Founded in 2020 by Loughborough University architecture lecturer Matyas Gutai and his colleagues Daniel Schinagl and Abolfazl Ganji Kheybari, Water-Filled Glass (WFG) aims to use patented technology to make heavily glazed buildings significantly more sustainable.
Its windows contain a thin layer of water between glass panes, which absorbs heat from sunlight or other radiation, such as heat leaving a room.
The warmed water is then pumped through sealed pipes at low pressure to colder areas of the building, through an underfloor system or into thermal storage.
By absorbing thermal energy in this way the water-filled glass also limits how much solar heat gain enters the building through windows, reducing the need for air-conditioning in hot climates.
"We know that putting water in the window sounds like an outright mad idea," Gutai told Dezeen.
"But we believe this is important because when you think about the energy of buildings and cutting carbon emissions, there's still great potential and opportunity to think about glazing. Glass is responsible for a great part of heating and cooling energy consumption, and it's a ubiquitous material, it's on almost every building."
"And if you think about that potential, I think even crazy ideas are somewhat warranted," he continued. "Even if the idea sounds a bit mad off the bat, I think it's important to think of alternatives to what we have. So we have crazy ideas, but we're not crazy."
WFG estimates that, depending on climate and a building's window-to-wall ratio, its technology can reduce energy bills by around 25 per cent compared with standard windows.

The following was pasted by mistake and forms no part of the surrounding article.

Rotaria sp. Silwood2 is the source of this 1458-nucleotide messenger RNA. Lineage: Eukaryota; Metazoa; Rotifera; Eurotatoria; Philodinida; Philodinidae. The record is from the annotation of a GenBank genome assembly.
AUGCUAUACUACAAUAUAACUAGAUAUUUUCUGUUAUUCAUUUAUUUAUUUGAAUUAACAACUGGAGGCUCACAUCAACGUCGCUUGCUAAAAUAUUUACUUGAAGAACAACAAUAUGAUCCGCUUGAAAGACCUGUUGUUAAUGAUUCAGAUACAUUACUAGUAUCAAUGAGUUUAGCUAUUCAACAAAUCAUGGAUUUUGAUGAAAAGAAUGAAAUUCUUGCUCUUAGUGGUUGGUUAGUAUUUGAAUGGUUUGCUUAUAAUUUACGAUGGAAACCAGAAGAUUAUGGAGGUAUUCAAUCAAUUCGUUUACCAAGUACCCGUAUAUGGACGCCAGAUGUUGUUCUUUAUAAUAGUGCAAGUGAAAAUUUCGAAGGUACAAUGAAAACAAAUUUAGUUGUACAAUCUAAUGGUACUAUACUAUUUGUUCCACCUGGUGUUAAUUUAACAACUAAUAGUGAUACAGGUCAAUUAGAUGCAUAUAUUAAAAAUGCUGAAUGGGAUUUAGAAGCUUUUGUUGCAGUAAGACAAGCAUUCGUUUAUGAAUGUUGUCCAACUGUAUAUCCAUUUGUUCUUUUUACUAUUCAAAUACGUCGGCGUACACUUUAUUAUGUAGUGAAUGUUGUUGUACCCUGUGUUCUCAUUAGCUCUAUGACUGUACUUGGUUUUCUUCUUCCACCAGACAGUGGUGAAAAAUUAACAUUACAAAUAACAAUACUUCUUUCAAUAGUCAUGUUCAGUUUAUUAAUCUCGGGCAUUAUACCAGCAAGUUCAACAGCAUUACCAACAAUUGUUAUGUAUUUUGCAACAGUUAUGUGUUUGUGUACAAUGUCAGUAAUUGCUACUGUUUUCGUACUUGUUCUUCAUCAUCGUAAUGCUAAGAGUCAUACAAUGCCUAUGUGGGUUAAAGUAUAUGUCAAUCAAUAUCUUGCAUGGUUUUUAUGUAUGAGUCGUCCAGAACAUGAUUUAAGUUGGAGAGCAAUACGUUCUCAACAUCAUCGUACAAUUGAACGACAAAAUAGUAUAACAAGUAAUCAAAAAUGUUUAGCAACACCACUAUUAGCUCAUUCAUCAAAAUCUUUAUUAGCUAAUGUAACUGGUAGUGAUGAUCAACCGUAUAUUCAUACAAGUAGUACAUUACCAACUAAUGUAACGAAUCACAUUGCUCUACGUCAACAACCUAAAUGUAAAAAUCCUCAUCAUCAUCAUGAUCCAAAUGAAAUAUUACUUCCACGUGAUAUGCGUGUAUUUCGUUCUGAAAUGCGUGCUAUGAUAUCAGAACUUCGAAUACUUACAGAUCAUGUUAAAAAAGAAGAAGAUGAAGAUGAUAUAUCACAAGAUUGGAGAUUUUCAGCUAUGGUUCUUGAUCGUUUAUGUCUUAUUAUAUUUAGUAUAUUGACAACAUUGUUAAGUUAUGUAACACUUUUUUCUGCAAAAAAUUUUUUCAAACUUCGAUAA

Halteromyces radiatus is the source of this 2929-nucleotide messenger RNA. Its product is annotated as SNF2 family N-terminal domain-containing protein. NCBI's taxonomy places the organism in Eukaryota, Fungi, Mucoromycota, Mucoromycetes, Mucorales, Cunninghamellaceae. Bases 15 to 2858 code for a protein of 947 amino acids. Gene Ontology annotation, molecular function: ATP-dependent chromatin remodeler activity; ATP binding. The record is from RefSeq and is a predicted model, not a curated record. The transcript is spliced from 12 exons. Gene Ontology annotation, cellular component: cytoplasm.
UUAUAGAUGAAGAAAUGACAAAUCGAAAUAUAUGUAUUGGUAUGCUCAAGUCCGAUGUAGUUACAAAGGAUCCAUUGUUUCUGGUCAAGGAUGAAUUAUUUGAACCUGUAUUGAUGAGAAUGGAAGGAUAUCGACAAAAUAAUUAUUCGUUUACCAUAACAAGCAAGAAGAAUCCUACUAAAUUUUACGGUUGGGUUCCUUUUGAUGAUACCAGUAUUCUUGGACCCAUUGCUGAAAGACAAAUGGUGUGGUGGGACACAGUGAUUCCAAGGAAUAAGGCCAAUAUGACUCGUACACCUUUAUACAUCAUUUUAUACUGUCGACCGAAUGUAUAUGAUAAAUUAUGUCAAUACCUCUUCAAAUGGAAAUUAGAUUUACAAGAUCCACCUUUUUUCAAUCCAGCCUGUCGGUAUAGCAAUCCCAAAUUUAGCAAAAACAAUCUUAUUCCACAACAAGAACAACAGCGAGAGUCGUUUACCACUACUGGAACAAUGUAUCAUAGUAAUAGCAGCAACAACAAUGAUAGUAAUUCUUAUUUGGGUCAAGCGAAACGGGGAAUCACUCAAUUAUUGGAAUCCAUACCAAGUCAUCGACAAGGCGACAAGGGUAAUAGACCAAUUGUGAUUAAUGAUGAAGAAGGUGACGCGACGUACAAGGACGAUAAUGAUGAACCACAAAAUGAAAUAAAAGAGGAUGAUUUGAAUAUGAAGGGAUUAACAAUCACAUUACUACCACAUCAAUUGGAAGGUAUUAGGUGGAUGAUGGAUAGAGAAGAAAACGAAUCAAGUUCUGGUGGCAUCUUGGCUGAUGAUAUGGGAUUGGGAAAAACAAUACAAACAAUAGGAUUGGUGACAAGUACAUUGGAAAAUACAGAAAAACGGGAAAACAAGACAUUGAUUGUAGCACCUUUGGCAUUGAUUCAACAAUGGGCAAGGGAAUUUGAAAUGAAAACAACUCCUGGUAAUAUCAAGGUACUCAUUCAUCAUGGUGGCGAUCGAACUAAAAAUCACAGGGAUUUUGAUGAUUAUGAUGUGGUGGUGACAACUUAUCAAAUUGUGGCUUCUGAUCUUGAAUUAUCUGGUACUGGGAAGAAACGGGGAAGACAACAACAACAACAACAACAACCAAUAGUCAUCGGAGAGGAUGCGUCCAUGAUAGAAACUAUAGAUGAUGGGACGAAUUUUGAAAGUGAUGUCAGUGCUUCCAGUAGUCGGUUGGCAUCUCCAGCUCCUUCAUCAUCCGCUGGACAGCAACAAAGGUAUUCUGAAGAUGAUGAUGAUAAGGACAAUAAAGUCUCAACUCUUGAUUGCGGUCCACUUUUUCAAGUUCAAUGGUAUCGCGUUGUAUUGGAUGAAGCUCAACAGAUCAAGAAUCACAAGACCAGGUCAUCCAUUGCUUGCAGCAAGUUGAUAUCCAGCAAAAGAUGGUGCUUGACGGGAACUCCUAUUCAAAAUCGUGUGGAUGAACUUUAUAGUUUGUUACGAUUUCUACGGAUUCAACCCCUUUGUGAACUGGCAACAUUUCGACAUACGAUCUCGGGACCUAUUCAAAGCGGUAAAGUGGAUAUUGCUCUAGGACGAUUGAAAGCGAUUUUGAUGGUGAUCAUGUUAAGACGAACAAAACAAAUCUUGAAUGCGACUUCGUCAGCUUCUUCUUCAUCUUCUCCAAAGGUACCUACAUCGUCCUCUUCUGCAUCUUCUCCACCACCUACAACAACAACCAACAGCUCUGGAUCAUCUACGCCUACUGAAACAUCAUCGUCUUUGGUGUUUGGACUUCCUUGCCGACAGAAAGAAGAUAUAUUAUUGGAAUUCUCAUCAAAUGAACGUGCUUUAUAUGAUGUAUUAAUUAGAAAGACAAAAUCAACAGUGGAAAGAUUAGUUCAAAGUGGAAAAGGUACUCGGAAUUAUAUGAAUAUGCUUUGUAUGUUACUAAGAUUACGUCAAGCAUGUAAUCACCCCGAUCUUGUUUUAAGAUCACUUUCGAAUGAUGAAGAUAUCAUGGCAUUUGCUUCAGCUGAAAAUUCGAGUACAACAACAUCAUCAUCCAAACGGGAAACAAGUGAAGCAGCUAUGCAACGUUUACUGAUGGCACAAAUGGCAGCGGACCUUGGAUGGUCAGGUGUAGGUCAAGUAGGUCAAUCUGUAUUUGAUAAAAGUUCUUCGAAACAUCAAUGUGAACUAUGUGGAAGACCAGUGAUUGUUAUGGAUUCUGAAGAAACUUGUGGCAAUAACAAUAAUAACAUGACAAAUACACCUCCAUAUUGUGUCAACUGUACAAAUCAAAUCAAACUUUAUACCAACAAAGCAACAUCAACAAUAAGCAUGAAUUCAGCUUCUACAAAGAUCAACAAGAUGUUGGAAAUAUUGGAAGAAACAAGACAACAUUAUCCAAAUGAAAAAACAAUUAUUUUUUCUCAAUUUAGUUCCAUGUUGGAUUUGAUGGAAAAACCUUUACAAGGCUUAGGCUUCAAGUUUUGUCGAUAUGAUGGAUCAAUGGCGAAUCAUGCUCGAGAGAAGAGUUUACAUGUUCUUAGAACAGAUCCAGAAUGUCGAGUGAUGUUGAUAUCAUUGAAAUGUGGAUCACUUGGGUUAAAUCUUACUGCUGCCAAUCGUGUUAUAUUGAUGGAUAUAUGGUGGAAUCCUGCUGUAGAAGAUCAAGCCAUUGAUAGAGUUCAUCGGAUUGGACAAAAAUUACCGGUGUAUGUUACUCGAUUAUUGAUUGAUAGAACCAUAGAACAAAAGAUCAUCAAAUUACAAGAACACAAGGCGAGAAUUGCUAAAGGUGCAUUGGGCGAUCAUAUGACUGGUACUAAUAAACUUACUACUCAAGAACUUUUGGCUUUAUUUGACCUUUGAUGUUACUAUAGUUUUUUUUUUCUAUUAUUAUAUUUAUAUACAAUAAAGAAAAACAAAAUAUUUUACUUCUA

The startup's first commercial projects, an industrial building in Hungary and a residential development in the US, are now under construction.
It has completed two prototype buildings using the technology, named Water House 1.0 and Water House 2.0 (pictured) – the former a small cabin in Hungary and the latter a pavilion at Feng Chia University in Taiwan.
Gutai said water-filled glass allows buildings to be heavily glazed without compromising sustainability.
"The whole idea comes from the recognition that moving energy is much, much cheaper than heating or cooling the space," said Gutai, who previously worked for prominent Japanese architect Shigeru Ban and in Kengo Kuma's research lab at the University of Tokyo.
"That really excited us about water-filled glass," he added. "We wanted to actually give architects the opportunity to build even completely fully glazed buildings if they want to without any compromise on sustainability."
Because the system uses off-the-shelf glass and parts, WFG claims it does not greatly increase the embodied-carbon impact of construction as well as being easy to manufacture.
The company also insists its system has no impact on the aesthetics of the building inside or out, since water absorbs most energy from the part of the light spectrum that is invisible to humans.
A monitoring device is fitted to clean the water automatically, with maintenance checks required once a year.
In colder climates, the water-filled glass system uses triple-pane windows, the outer cavity filled with argon insulation to prevent the water from freezing during winter.
Capable of heating water up to temperatures of around 40 degrees Celsius, the technology can be connected to a conventional heat pump or boiler.
WFG has also developed a retrofit version of its product, where the system can be fitted behind existing glazing without having to destroy the windows already in place.
The images are courtesy of Water-Filled Glass.